Winning the Crown – Thomas Becket

Winning the Crown – Thomas Becket

Without Real Effort,
No One Wins the Crown

St. Thomas Becket,
Bishop and Martyr

Thomas Becket was born in London in 1119. A cleric of the diocese of Canterbury, he became chancellor to the king and then in 1162 was chosen Archbishop of Canterbury. His tireless defense of the rights of the Church against his old friend, King Henry II, prompted the king to exile Becket to France for six years. After returning to his homeland, he endured many trials and in 1170 was murdered by henchmen of the king. His feastday is Dec 29, the fifth day of the Christmas Octave. The following excerpt from one of his letters (Epirt. 74: PL 190, 533-536) is used in the Roman Catholic Divine Office of Readings for the Feast of St. Thomas Becket on December 29.

If we who are called bishops desire to understand the meaning of our calling and to be worthy of it, we must strive to keep our eyes on him whom God appointed high priest for ever, and to follow in his footsteps. For our sake he offered himself to the Father upon the altar of the cross. He now looks down from heaven on our actions and secret thoughts, and one day he will give each of us the reward his deeds deserve.

As successors of the apostles, we hold the highest rank in our churches; we have accepted the responsibility of acting as Christ’s representatives on earth; we receive the honor belonging to that office, and enjoy the temporal benefits of our spiritual labors. It must therefore be our endeavor to destroy the reign of sin and death, and by nurturing faith and uprightness of life, to build up the Church of Christ into a holy temple in the Lord.

There are a great many bishops in the Church, but would to God we were the zealous teachers and pastors that we promised to be at our consecration, and still make profession of being. The harvest is good and one reaper or even several would not suffice to gather all of it into the granary of the Lord. Yet the Roman Church remains the head of all the churches and the source of Catholic teaching. Of this there can be no doubt. Everyone knows that the keys of the kingdom of heaven were given to Peter. Upon his faith and teaching the whole fabric of the Church will continue to be built until we all reach full maturity in Christ and attain to unity in faith and knowledge of the Son of God.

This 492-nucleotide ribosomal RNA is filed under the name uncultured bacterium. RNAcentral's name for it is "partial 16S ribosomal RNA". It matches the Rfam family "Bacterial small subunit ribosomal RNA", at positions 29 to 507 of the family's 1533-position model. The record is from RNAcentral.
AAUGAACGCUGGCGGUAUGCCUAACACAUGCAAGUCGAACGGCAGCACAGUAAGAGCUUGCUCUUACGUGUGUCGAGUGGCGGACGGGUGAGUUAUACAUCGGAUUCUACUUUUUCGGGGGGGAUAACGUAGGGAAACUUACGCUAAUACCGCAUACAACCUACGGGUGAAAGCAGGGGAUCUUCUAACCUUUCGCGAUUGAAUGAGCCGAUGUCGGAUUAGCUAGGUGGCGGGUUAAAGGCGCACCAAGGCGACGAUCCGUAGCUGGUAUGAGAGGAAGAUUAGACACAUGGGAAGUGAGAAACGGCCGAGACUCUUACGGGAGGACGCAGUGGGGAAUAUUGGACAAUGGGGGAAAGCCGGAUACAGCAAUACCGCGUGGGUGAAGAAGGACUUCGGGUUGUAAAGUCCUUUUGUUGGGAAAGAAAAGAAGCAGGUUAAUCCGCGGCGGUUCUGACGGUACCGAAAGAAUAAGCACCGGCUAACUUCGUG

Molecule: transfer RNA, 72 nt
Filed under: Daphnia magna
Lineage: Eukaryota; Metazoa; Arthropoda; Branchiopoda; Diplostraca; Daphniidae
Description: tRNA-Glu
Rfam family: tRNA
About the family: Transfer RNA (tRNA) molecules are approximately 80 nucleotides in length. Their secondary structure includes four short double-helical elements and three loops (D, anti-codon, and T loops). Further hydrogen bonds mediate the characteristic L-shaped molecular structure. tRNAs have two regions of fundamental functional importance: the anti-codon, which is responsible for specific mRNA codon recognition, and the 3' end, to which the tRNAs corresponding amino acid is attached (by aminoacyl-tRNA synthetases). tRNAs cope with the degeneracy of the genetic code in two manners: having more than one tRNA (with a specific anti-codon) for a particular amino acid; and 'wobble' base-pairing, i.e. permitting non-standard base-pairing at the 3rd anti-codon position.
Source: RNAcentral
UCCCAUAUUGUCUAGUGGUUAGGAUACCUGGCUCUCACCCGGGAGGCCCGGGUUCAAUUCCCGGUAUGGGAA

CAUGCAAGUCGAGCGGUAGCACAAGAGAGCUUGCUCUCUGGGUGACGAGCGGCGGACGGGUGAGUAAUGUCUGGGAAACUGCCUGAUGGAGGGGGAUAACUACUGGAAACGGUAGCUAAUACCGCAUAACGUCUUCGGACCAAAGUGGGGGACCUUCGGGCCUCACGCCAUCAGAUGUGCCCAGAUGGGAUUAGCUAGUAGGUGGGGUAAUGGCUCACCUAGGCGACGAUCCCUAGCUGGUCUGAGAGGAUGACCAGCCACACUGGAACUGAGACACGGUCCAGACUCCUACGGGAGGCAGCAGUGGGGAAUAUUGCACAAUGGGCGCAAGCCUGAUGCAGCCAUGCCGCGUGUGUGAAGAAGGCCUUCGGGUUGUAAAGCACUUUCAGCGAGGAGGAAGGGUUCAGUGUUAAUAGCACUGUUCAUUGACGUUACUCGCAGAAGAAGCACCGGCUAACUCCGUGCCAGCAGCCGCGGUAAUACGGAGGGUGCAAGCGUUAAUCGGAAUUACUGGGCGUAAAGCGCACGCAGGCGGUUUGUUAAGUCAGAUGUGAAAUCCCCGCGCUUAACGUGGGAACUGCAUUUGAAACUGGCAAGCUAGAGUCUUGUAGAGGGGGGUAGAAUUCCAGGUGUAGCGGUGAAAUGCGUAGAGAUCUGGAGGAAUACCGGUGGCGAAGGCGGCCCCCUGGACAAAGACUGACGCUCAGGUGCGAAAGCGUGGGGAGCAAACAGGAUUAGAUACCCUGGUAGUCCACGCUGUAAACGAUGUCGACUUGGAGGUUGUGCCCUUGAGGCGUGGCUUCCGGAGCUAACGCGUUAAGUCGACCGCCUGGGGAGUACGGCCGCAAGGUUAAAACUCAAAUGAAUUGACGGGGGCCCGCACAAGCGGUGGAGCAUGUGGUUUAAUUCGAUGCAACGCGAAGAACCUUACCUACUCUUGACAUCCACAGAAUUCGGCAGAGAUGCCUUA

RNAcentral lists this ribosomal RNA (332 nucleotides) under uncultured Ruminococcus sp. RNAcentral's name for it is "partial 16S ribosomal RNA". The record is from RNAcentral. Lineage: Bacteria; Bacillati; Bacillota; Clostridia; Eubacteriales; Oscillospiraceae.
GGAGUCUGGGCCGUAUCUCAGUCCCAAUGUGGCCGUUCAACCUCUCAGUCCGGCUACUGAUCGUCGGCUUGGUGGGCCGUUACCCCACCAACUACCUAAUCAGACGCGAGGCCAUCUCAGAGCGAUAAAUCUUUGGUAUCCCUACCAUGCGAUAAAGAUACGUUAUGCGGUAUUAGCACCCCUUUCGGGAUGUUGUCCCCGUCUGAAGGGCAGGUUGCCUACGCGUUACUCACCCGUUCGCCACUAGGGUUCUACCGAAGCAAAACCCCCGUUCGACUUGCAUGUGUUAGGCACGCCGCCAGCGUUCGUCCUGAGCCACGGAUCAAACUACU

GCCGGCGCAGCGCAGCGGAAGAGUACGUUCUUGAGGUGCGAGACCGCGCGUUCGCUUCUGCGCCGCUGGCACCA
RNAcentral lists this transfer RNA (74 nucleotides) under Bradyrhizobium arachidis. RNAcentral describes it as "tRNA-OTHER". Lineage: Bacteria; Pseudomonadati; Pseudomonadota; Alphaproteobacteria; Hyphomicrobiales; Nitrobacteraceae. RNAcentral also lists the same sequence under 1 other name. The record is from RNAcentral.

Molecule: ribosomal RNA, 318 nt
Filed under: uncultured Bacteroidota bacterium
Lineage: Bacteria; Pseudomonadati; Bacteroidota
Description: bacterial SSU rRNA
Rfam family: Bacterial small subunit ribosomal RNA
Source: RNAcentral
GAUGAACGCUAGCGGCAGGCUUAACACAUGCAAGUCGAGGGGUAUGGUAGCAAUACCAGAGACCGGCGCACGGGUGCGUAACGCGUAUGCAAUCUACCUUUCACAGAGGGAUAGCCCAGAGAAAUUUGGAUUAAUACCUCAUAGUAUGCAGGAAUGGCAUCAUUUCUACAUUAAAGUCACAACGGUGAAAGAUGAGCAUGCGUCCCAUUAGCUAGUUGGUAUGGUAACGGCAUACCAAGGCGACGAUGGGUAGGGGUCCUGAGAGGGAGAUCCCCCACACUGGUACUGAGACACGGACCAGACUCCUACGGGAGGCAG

Of course many are needed to plant and many to water now that the faith has spread so far and the population become so great. Even in ancient times when the people of God had only one altar, many teachers were needed; how much more now for an assembly of nations which Lebanon itself could not provide with fuel for sacrifice, and which neither Lebanon nor the whole of Judea could supply with beasts for burnt offerings! Nevertheless, no matter who plants or waters, God gives no harvest unless what he plants is the faith of Peter, and unless he himself assents to Peter’s teaching. All important questions that arise among God’s people are referred to the judgment of Peter in the person of the Roman Pontiff. Under him the ministers of Mother Church exercise the powers committed to them, each in his own sphere of responsibility.

Remember then how our fathers worked out their salvation; remember the sufferings through which the Church has grown, and the storms the ship of Peter has weathered because it has Christ on board. Remember how the crown was attained by those whose sufferings gave new radiance to their faith. The whole company of saints bears witness to the unfailing truth that without real effort no one wins the crown.

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